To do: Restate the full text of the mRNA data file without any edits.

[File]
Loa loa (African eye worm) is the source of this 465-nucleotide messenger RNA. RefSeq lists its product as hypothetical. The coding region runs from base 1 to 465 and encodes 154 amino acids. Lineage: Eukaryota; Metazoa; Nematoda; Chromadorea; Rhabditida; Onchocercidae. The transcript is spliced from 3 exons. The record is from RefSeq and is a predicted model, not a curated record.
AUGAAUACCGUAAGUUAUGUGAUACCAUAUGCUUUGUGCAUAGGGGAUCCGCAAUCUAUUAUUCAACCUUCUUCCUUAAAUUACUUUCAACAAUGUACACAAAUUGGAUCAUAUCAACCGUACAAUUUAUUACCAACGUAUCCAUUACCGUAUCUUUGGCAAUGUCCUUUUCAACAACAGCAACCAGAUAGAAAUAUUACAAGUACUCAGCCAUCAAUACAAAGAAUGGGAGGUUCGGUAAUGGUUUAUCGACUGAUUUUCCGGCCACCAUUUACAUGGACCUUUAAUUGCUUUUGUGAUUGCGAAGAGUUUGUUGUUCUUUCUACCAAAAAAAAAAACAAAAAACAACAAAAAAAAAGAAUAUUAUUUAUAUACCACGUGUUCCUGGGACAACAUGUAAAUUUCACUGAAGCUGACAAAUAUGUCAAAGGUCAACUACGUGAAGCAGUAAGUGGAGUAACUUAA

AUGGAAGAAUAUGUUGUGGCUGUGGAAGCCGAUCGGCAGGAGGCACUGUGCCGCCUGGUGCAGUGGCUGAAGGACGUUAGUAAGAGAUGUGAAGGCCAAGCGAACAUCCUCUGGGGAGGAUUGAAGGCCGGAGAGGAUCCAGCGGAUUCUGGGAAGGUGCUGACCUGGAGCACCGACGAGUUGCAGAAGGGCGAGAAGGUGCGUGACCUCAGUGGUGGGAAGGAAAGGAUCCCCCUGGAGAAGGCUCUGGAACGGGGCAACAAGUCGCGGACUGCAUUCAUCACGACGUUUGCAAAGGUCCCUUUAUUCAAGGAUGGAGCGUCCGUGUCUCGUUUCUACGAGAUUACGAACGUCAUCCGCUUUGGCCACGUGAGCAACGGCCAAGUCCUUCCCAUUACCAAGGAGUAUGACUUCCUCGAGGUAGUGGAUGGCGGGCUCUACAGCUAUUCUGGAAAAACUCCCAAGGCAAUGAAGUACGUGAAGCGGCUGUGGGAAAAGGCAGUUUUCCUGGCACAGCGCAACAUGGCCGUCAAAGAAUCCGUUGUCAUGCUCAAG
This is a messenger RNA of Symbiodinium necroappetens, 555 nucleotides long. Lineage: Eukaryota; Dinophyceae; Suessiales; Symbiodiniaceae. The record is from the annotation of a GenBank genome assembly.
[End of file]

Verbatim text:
Loa loa (African eye worm) is the source of this 465-nucleotide messenger RNA. RefSeq lists its product as hypothetical. The coding region runs from base 1 to 465 and encodes 154 amino acids. Lineage: Eukaryota; Metazoa; Nematoda; Chromadorea; Rhabditida; Onchocercidae. The transcript is spliced from 3 exons. The record is from RefSeq and is a predicted model, not a curated record.
AUGAAUACCGUAAGUUAUGUGAUACCAUAUGCUUUGUGCAUAGGGGAUCCGCAAUCUAUUAUUCAACCUUCUUCCUUAAAUUACUUUCAACAAUGUACACAAAUUGGAUCAUAUCAACCGUACAAUUUAUUACCAACGUAUCCAUUACCGUAUCUUUGGCAAUGUCCUUUUCAACAACAGCAACCAGAUAGAAAUAUUACAAGUACUCAGCCAUCAAUACAAAGAAUGGGAGGUUCGGUAAUGGUUUAUCGACUGAUUUUCCGGCCACCAUUUACAUGGACCUUUAAUUGCUUUUGUGAUUGCGAAGAGUUUGUUGUUCUUUCUACCAAAAAAAAAAACAAAAAACAACAAAAAAAAAGAAUAUUAUUUAUAUACCACGUGUUCCUGGGACAACAUGUAAAUUUCACUGAAGCUGACAAAUAUGUCAAAGGUCAACUACGUGAAGCAGUAAGUGGAGUAACUUAA

AUGGAAGAAUAUGUUGUGGCUGUGGAAGCCGAUCGGCAGGAGGCACUGUGCCGCCUGGUGCAGUGGCUGAAGGACGUUAGUAAGAGAUGUGAAGGCCAAGCGAACAUCCUCUGGGGAGGAUUGAAGGCCGGAGAGGAUCCAGCGGAUUCUGGGAAGGUGCUGACCUGGAGCACCGACGAGUUGCAGAAGGGCGAGAAGGUGCGUGACCUCAGUGGUGGGAAGGAAAGGAUCCCCCUGGAGAAGGCUCUGGAACGGGGCAACAAGUCGCGGACUGCAUUCAUCACGACGUUUGCAAAGGUCCCUUUAUUCAAGGAUGGAGCGUCCGUGUCUCGUUUCUACGAGAUUACGAACGUCAUCCGCUUUGGCCACGUGAGCAACGGCCAAGUCCUUCCCAUUACCAAGGAGUAUGACUUCCUCGAGGUAGUGGAUGGCGGGCUCUACAGCUAUUCUGGAAAAACUCCCAAGGCAAUGAAGUACGUGAAGCGGCUGUGGGAAAAGGCAGUUUUCCUGGCACAGCGCAACAUGGCCGUCAAAGAAUCCGUUGUCAUGCUCAAG
This is a messenger RNA of Symbiodinium necroappetens, 555 nucleotides long. Lineage: Eukaryota; Dinophyceae; Suessiales; Symbiodiniaceae. The record is from the annotation of a GenBank genome assembly.